Basic Website using Node.js and MySQL database

In this article by Fernando Monteiro author of the book Node.JS 6.x Blueprints we will understand some basic concepts of a Node.js application using a relational database (Mysql) and also try to look at some differences between Object Document Mapper (ODM) from MongoDB and Object Relational Mapper (ORM) used by Sequelize and Mysql.

For this we will create a simple application and use the resources we have available as sequelize is a powerful middleware for creation of models and mapping database.

We will also use another engine template called Swig and demonstrate how we can add the template engine manually.

(For more resources related to this topic, see here.)

Creating the baseline applications

The first step is to create another directory, I'll use the root folder.

Create a folder called chapter-02.

Open your terminal/shell on this folder and type the express command:

express –-git

Note that we are using only the –-git flag this time, we will use another template engine but we will install it manually.

Installing Swig template Engine

The first step to do is change the default express template engine to use Swig, a pretty simple template engine very flexible and stable, also offers us a syntax very similar to AngularJS which is denoting expressions just by using double curly brackets {{ variableName }}.

More information about Swig can be found on the official website at: http://paularmstrong.github.io/swig/docs/

Open the package.json file and replace the jade line for the following:

"swig": "^1.4.2"

Open your terminal/shell on project folder and type:

npm install

Before we proceed let's make some adjust to app.js, we need to add the swig module.

Open app.js and add the following code, right after the var bodyParser = require('body-parser'); line:

var swig = require('swig');

Replace the default jade template engine line for the following code:

var swig = new swig.Swig();

app.engine('html', swig.renderFile);

app.set('view engine', 'html');

Refactoring the views folder

Let's change the views folder to the following new structure:

views
pages
/
partials/

Remove the default jade files form views.

Create a file called layout.html inside pages folder and place the following code:

<!DOCTYPE html>

<html>

<head>

</head>

<body>

   {% block content %}

   {% endblock %}

</body>

</html>

Create a index.html inside the views/pages folder and place the following code:

{% extends 'layout.html' %}

{% block title %}{% endblock %}

{% block content %}

<h1>{{ title }}</h1>

   Welcome to {{ title }}

{% endblock %}

Create a error.html page inside the views/pages folder and place the following code:

{% extends 'layout.html' %}

{% block title %}{% endblock %}

{% block content %}

<div class="container">

<h1>{{ message }}</h1>

<h2>{{ error.status }}</h2>

<pre>{{ error.stack }}</pre>

</div>

{% endblock %}

We need to adjust the views path on app.js, replace the code on line 14 for the following code:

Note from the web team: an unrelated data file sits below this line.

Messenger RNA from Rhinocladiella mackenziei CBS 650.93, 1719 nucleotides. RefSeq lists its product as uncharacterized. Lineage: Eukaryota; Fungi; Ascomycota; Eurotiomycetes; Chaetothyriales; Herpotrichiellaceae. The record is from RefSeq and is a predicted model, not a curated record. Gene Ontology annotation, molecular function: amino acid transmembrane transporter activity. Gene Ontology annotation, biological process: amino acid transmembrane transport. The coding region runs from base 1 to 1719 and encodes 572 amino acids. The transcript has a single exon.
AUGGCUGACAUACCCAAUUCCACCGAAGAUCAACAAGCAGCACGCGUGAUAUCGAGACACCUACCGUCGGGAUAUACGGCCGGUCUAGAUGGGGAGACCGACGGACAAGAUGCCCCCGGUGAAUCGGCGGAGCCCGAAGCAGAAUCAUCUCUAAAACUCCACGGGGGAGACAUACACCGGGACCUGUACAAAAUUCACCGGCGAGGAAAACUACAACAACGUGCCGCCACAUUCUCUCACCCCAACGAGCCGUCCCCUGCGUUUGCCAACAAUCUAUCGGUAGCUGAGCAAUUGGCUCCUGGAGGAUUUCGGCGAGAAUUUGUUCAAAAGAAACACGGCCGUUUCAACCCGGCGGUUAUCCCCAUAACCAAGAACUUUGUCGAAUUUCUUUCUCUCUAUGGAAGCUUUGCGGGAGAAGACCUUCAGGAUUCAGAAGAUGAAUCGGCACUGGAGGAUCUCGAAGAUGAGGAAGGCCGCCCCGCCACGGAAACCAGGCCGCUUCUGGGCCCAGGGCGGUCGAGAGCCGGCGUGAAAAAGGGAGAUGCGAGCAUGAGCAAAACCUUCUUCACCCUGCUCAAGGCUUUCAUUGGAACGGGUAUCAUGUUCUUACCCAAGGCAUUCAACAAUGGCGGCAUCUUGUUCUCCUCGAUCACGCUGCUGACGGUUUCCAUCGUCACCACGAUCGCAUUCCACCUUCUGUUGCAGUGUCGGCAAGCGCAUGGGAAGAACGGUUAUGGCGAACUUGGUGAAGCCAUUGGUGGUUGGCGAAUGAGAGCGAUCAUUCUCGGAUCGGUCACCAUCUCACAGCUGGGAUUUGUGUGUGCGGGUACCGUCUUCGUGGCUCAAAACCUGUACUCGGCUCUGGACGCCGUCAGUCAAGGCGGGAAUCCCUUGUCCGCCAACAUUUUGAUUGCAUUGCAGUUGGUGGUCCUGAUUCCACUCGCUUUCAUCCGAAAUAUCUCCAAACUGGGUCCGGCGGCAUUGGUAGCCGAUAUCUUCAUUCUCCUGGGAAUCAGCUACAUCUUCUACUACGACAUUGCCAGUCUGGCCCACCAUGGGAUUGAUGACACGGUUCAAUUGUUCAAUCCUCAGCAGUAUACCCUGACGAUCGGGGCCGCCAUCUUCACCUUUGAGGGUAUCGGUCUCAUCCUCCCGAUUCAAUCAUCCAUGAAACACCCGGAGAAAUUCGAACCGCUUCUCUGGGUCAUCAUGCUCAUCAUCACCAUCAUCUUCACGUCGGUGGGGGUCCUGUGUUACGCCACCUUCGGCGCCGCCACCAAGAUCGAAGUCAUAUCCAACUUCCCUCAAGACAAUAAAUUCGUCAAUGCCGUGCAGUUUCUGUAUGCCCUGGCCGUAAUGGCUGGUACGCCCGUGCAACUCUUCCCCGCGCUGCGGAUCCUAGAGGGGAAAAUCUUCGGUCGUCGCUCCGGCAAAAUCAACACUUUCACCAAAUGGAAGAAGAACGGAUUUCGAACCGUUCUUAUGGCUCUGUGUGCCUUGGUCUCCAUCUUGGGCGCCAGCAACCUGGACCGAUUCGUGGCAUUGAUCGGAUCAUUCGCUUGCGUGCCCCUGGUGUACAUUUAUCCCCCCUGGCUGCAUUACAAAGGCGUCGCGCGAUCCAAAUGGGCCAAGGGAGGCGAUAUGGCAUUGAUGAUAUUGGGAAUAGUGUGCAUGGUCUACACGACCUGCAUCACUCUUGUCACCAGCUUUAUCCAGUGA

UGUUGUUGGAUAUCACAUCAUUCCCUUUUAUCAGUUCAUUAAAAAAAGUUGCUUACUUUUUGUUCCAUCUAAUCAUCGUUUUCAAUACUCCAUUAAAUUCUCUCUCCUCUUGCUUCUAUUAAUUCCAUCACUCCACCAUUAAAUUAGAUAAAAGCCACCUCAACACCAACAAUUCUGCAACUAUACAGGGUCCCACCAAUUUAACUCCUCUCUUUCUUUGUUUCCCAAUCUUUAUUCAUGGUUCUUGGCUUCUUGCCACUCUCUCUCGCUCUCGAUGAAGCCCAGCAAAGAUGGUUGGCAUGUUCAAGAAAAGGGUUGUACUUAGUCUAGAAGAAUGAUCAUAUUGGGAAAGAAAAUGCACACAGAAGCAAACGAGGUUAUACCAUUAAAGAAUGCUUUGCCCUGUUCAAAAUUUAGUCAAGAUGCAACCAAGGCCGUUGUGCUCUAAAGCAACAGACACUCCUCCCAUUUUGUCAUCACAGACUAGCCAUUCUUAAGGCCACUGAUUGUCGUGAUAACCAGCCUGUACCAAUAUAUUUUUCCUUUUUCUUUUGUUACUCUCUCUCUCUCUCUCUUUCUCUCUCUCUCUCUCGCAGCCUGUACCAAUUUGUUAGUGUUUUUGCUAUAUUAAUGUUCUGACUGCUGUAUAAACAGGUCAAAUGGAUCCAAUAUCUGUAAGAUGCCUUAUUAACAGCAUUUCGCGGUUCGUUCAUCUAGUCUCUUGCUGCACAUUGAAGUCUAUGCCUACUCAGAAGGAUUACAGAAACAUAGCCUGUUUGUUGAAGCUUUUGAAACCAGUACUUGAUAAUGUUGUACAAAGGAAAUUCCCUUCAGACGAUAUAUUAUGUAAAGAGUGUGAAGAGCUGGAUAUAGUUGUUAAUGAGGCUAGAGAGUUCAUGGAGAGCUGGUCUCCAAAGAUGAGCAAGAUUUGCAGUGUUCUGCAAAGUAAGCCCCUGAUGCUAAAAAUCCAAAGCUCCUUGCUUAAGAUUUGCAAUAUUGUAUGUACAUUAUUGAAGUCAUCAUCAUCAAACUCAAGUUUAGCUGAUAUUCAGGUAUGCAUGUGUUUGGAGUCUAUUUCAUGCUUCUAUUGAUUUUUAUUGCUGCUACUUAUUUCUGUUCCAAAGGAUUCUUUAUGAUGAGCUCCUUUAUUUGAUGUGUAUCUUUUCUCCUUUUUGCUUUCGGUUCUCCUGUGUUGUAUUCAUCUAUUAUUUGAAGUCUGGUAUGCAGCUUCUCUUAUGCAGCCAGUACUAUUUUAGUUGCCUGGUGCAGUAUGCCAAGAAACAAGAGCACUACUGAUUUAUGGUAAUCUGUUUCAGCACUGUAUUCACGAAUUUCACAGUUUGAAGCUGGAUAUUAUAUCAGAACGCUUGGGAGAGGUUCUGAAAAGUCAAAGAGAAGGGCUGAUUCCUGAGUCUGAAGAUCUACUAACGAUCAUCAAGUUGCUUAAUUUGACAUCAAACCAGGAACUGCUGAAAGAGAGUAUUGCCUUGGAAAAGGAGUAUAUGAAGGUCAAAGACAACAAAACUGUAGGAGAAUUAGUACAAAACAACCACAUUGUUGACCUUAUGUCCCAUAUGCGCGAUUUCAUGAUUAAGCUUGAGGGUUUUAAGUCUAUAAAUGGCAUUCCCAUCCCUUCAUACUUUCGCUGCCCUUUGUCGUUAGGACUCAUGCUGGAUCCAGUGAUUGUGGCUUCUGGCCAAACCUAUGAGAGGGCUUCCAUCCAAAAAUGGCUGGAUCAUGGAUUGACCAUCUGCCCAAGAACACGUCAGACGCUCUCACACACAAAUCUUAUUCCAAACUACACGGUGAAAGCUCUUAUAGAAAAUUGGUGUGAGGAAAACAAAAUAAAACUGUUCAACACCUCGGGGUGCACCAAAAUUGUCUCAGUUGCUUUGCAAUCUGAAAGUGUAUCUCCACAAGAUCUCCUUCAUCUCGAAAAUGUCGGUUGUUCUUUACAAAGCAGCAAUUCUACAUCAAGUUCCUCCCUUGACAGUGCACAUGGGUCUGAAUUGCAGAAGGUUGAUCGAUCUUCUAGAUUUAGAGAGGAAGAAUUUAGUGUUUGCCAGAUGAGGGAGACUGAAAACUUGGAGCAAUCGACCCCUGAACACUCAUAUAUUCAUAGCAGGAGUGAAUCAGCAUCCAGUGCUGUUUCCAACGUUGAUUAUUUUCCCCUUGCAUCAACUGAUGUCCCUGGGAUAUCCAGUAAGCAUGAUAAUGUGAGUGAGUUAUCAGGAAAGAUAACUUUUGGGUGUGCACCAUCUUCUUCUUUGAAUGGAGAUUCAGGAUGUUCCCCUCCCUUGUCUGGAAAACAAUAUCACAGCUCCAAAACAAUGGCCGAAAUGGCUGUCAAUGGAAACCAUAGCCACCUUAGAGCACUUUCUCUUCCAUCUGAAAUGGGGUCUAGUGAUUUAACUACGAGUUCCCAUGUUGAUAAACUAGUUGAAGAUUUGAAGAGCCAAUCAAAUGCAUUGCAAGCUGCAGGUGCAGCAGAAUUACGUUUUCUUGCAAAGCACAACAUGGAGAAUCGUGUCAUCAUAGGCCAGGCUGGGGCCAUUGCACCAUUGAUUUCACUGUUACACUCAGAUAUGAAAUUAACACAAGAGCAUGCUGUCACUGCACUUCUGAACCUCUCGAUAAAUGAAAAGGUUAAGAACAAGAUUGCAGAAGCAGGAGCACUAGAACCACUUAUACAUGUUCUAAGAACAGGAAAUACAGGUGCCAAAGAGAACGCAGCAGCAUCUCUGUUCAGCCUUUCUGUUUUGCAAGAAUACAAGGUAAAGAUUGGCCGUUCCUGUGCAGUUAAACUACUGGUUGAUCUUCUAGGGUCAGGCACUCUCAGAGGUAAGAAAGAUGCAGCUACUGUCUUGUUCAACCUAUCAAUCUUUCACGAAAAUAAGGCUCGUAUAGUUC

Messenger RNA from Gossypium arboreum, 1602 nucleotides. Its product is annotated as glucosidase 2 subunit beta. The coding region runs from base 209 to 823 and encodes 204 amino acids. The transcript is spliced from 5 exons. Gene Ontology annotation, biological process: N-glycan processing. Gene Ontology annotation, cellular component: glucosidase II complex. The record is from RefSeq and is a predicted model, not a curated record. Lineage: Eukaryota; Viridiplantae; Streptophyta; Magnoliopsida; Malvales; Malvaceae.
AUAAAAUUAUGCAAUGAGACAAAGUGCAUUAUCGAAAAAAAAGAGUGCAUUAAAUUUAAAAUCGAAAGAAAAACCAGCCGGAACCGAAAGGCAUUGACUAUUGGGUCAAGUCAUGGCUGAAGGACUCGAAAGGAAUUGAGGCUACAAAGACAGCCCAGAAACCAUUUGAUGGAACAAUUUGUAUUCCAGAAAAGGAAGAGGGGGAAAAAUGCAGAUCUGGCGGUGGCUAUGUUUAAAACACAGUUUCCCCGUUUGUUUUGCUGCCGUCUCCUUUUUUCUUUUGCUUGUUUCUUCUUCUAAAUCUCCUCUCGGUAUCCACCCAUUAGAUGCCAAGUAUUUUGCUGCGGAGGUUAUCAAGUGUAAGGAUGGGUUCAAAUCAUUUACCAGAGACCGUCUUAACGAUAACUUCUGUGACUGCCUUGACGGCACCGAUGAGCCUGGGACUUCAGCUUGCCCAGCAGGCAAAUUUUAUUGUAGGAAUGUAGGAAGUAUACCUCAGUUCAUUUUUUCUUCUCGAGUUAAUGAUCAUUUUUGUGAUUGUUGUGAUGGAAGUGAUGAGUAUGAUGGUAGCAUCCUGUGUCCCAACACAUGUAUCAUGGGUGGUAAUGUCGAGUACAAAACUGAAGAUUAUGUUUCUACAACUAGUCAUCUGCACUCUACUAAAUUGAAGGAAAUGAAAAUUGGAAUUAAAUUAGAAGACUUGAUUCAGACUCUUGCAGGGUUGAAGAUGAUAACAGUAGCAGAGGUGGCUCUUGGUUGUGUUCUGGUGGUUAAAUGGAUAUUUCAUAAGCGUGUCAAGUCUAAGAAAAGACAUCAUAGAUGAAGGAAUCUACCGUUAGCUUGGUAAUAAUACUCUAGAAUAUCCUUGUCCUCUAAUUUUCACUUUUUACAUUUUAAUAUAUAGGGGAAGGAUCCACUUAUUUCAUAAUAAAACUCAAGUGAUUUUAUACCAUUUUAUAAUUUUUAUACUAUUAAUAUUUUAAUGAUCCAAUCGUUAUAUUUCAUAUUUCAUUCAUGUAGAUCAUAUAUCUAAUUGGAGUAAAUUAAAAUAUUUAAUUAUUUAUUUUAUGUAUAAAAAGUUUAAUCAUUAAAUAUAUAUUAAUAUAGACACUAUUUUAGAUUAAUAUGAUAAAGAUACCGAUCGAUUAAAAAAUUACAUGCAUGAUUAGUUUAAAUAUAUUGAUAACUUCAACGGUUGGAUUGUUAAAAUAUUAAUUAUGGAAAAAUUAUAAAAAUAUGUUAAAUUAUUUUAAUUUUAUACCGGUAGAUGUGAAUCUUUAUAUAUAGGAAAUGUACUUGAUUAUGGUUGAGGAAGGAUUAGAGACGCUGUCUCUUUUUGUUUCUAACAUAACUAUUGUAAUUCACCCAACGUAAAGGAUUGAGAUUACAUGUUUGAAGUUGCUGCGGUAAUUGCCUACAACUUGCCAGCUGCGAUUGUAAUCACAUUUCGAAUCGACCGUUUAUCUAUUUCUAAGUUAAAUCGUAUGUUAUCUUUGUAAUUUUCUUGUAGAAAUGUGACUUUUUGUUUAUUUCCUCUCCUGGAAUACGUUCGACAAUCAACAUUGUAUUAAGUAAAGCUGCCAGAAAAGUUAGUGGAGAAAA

// view engine setup

app.set('views', path.join(__dirname, 'views/pages'));

At this time we completed the first step to start our MVC application. In this example we will use the MVC pattern in its full meaning, Model, View, Controller.

Creating controllers folder

Create a folder called controllers inside the root project folder.

Create a index.js inside the controllers folder and place the following code:

// Index controller

exports.show = function(req, res) {

   // Show index content

   res.render('index', {

       title: 'Express'

});

};

Edit the app.js file and replace the original index route app.use('/', routes); with the following code:

app.get('/', index.show);

Add the controller path to app.js on line 9, replace the original code, with the following code:

// Inject index controller

var index = require('./controllers/index');

Now it's time to get if all goes as expected, we run the application and check the result.

Type on your terminal/shell the following command:

npm start

Check with the following URL: http://localhost:3000, you'll see the welcome message of express framework.

Removing the default routes folder

Remove the routes folder and its content.

Remove the user route from the app.js, after the index controller and on line 31.

Adding partials files for head and footer

Inside views/partials create a new file called head.html and place the following code:

<meta charset="utf-8">

<title>{{ title }}</title>

<link rel='stylesheet' href='https://cdnjs.cloudflare.com/ajax/libs/twitter-bootstrap/4.0.0-alpha.2/css/bootstrap.min.css'>

<link rel="stylesheet" href="/stylesheets/style.css">

Inside views/partials create a file called footer.html and place the following code:

<script src='https://cdnjs.cloudflare.com/ajax/libs/jquery/2.2.1/jquery.min.js'></script>

<script src='https://cdnjs.cloudflare.com/ajax/libs/twitter-bootstrap/4.0.0-alpha.2/js/bootstrap.min.js'></script>

Now is time to add the partials file to layout.html page using the include tag.

Open layout.html and add the following highlighted code:

<!DOCTYPE html>

<html>

<head>

   {% include "../partials/head.html" %}

</head>

<body>

   {% block content %}

   {% endblock %}

 

   {% include "../partials/footer.html" %}

</body>

</html>

Finally we are prepared to continue with our project, this time our directories structure looks like the following image:

Folder structure

Summaray

In this article, we are discussing the basic concept of Node.js and Mysql database and we also saw how to refactor express engine template and use another resource like Swig template library to build a basic website.

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